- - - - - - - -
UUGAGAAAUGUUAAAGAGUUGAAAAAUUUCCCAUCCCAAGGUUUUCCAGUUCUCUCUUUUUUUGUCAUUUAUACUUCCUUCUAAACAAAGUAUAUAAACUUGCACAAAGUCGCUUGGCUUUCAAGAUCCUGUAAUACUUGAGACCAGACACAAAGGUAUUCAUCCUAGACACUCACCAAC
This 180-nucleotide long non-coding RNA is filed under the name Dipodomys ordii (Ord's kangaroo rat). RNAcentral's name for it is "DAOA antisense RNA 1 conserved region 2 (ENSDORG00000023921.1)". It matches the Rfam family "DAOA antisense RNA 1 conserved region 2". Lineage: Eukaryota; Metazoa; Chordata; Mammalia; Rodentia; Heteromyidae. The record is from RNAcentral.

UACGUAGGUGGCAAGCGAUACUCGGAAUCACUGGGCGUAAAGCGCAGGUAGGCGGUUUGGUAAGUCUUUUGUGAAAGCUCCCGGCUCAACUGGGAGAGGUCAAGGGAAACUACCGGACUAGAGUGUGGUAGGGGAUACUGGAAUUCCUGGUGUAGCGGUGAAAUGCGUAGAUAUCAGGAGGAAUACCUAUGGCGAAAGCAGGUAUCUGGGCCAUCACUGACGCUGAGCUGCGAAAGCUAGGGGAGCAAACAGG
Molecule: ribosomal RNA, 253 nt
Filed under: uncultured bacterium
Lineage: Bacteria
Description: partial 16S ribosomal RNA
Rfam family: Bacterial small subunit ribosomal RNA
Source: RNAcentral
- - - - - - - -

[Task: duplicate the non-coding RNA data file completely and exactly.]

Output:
UUGAGAAAUGUUAAAGAGUUGAAAAAUUUCCCAUCCCAAGGUUUUCCAGUUCUCUCUUUUUUUGUCAUUUAUACUUCCUUCUAAACAAAGUAUAUAAACUUGCACAAAGUCGCUUGGCUUUCAAGAUCCUGUAAUACUUGAGACCAGACACAAAGGUAUUCAUCCUAGACACUCACCAAC
This 180-nucleotide long non-coding RNA is filed under the name Dipodomys ordii (Ord's kangaroo rat). RNAcentral's name for it is "DAOA antisense RNA 1 conserved region 2 (ENSDORG00000023921.1)". It matches the Rfam family "DAOA antisense RNA 1 conserved region 2". Lineage: Eukaryota; Metazoa; Chordata; Mammalia; Rodentia; Heteromyidae. The record is from RNAcentral.

UACGUAGGUGGCAAGCGAUACUCGGAAUCACUGGGCGUAAAGCGCAGGUAGGCGGUUUGGUAAGUCUUUUGUGAAAGCUCCCGGCUCAACUGGGAGAGGUCAAGGGAAACUACCGGACUAGAGUGUGGUAGGGGAUACUGGAAUUCCUGGUGUAGCGGUGAAAUGCGUAGAUAUCAGGAGGAAUACCUAUGGCGAAAGCAGGUAUCUGGGCCAUCACUGACGCUGAGCUGCGAAAGCUAGGGGAGCAAACAGG
Molecule: ribosomal RNA, 253 nt
Filed under: uncultured bacterium
Lineage: Bacteria
Description: partial 16S ribosomal RNA
Rfam family: Bacterial small subunit ribosomal RNA
Source: RNAcentral